Screening Room Articles
Sitting here, staring at my computer screen while not really watching -- off to the side -- a movie even I don't recognize on TCM, I find my mind wandering into the realm of considering the state of film criticism in our media-saturated world -- and I'm not all that happy by what I see. But it's less the criticism that bothers me than the way the moviegoing public seems to be taking it.
So there we have it for another year — the Oscars. The question is if there's anything new to be said about them, and while the answer is probably "not really," some comment is called for about the curiously all-over-the-map nature of this year's selections and the general weirdness and — let's face it — galloping ennui of Oscar and this year's program.
OK, it's Oscar season -- you know, those awards that we all love to hate and call meaningless, but tend to mysteriously get worked about anyway. I have no idea why I care. I've sworn off them twice. I've called them embarassing on any number of occasions I've sworn at the TV profusely (and when I swear profusely even sailors turn beet red) and been tempted to hurl a brick at the screen (fortunately, I rarely have bricks at hand) more times than I care to think about. This year promises to be no different.
Here it is: the biggest, the bestest, the baddest roundup of the year. Once again, Mr. Souther and I have worn ourselves to a frazzle — two frazzles, in fact — sifting through the excitement (and occassionally, the excrement) of movie year 2012. We will please some, displease others, and probably make a few folks downright peevish.
I'd seen The Lost City once before, so I knew just how seriously deranged it was, but it had been a while. So this past weekend I decided to check it out a little — mostly to be sure it played OK, which is often a dicey proposition on these public domain titles. That's really all I planned on doing. Honest. And I know that these things tend to become wearisome if you watch too much of one in one sitting. (The rule should be two episodes max.) Imagine my surprise when I ended up watching all four hours worth of barely coherent and totally unhinged nonsense.
Sitting here Monday morning with one eye on The Gay Divorcee on the TV -- winner of the Best Song for 1934, back when the category made sense — the first thing that struck me about the previous night's Oscar show was that the whole thing just plain needs rethinking. It probably won't happen. After all, this is something put on by people who think Billy Crystal with a suspiciously too black beaver pelt glued to his head and looking one face-lift away from Joan Rivers is pretty edgy stuff. Still, it needs rethinking all the same.
So there they were bright and early announcing this year's Oscar nominees to an unseen audience. There must have been an audience, though, because there was some unseemly whooping over the nominations for Extremely Loud & Incredibly Close (I'm sure there was a good reason for this). And, no, I did not get up for this, I just happened to be up at the time. Now, the guessing and the kvetching begins -- not to mention the studio shilling, which has already begun with the TV ads. Lotsa fun.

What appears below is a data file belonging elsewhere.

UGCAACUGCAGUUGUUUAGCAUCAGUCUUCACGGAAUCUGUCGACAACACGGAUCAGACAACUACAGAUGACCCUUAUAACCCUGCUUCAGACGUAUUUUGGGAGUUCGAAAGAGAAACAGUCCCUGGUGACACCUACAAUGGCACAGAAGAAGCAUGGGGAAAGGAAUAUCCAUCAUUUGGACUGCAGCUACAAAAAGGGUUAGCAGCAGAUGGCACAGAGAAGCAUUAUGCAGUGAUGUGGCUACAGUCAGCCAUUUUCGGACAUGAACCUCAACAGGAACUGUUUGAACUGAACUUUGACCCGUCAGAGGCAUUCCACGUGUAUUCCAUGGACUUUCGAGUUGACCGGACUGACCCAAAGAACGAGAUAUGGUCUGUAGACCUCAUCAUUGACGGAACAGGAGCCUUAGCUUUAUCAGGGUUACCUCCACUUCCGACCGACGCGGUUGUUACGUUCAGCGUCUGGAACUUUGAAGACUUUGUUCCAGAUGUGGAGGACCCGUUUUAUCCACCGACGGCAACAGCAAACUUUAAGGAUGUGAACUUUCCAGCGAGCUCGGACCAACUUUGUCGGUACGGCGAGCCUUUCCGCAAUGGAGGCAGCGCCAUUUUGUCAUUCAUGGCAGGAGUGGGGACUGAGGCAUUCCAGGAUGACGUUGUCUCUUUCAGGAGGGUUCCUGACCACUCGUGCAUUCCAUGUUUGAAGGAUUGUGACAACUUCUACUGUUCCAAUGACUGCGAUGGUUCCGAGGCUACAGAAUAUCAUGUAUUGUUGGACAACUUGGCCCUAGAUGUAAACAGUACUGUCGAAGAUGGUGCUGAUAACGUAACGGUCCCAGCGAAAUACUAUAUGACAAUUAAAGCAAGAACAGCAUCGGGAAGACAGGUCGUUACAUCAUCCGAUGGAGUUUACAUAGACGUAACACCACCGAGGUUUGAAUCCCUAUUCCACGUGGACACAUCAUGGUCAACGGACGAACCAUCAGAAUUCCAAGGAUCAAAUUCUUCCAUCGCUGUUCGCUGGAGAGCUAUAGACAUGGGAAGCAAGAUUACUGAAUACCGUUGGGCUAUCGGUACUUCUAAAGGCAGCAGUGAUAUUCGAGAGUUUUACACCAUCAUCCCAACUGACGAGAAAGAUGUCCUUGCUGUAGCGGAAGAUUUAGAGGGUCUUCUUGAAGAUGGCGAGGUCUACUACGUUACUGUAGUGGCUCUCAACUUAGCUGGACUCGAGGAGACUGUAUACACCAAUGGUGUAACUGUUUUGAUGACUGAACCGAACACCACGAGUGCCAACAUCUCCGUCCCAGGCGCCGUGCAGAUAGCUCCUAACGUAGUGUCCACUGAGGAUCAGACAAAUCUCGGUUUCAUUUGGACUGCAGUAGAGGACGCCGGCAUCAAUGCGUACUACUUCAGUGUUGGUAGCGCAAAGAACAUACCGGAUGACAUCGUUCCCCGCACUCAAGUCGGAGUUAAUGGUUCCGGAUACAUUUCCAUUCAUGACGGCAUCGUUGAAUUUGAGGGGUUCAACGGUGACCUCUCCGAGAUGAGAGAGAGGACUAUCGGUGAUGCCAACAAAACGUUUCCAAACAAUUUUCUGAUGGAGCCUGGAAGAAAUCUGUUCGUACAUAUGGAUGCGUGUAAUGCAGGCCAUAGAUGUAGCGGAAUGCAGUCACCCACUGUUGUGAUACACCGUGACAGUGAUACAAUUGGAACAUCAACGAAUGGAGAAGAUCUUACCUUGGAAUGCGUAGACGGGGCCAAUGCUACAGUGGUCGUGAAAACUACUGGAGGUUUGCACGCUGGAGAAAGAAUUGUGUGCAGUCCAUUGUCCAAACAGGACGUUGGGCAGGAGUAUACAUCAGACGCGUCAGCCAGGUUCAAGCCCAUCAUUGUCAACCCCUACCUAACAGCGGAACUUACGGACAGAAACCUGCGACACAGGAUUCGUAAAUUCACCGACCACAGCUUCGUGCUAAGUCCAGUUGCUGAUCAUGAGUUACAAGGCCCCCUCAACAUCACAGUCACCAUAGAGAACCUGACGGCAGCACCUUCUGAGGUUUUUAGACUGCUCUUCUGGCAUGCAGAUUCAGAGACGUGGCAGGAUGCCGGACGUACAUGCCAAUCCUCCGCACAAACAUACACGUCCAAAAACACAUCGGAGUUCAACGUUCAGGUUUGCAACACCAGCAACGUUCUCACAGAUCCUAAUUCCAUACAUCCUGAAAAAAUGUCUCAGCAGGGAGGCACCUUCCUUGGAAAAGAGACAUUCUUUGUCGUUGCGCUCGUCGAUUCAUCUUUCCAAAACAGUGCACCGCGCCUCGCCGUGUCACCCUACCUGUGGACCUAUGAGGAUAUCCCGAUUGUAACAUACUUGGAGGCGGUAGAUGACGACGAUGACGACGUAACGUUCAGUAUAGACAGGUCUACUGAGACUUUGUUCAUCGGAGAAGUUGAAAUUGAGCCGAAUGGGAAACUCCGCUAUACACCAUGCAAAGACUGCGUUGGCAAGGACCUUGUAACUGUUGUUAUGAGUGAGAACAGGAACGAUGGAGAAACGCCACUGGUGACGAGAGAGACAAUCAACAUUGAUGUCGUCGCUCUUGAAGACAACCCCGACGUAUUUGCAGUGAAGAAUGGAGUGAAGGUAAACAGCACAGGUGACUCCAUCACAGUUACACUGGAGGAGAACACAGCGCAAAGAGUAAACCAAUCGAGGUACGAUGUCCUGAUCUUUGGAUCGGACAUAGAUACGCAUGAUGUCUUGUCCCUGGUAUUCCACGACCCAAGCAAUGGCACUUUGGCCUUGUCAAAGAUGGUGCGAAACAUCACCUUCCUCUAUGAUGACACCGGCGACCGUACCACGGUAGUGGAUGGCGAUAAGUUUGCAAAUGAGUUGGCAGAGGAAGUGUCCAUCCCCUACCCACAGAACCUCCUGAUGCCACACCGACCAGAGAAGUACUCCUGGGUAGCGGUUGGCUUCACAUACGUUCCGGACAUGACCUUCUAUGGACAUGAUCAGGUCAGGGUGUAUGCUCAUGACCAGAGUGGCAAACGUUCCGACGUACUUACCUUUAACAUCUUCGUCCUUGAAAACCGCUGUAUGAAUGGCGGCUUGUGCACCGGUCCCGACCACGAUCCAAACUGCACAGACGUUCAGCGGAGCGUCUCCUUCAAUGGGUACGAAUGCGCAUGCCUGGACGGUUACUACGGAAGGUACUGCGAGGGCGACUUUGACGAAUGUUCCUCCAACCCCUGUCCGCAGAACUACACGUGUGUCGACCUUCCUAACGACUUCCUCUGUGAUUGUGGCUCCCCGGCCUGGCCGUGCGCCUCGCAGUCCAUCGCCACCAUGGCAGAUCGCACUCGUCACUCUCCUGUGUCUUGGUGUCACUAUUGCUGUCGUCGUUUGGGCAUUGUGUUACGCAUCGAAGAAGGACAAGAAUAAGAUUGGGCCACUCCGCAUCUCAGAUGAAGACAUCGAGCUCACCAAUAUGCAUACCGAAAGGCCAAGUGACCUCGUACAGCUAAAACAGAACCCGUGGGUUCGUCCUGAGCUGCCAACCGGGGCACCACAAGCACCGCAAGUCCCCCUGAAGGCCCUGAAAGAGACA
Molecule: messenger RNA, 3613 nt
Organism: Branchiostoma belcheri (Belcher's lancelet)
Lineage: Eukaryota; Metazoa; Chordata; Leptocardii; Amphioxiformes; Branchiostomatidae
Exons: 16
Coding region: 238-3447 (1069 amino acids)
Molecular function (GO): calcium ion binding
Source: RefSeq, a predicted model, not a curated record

Here at last is the anxiously awaited (you were waiting anxiously, weren't you?) honest-to-Lubitsch complete, in-depth, in detail, in all its debatable glory full list of the best and worse the movies of 2011 offered. At least, it's such a list as things looked to Justin Souther and me. You may have seen our lists in the print edition a little while back. This expands on (and in one case at least alters) those earlier ones. Sit back and let's see who we can please and who we can annoy this year.
I'm sure a lot of you view Chistmas as a moviegoing day. I've never quite gotten the hang of the idea myself, though I did get bamboozled into going to see Vanilla Sky in 2001, even though I'd aleady seen it once. That was also my first actual encounter with the idea of trooping off to a movie on Dec. 25, so imagine my astonishment when I found myself parked behind the theater in a section I thought only existed for romantic trysts and dealings of dubious legality. (Indeed, that does seem to be its function 364 days out of the year.) Assuming, however, that this is your cup of lapsang souchong, I'll offer a few glimpses at what's out there.
This is far and away the hardest thing I've ever had to write. The very idea that Ken Russell could be dead is unthinkable to me. This isn't just the passing of one of the -- not always fully appreciated -- true giants of cinema. This is the passing of a friend of nearly 30 years -- a man I unreservedly loved. The very fact that I am -- for the very first time -- writing something that he will not be reading is strange and saddening in itself. And that makes this even harder, making various regrets snowball into something almost paralyzing.
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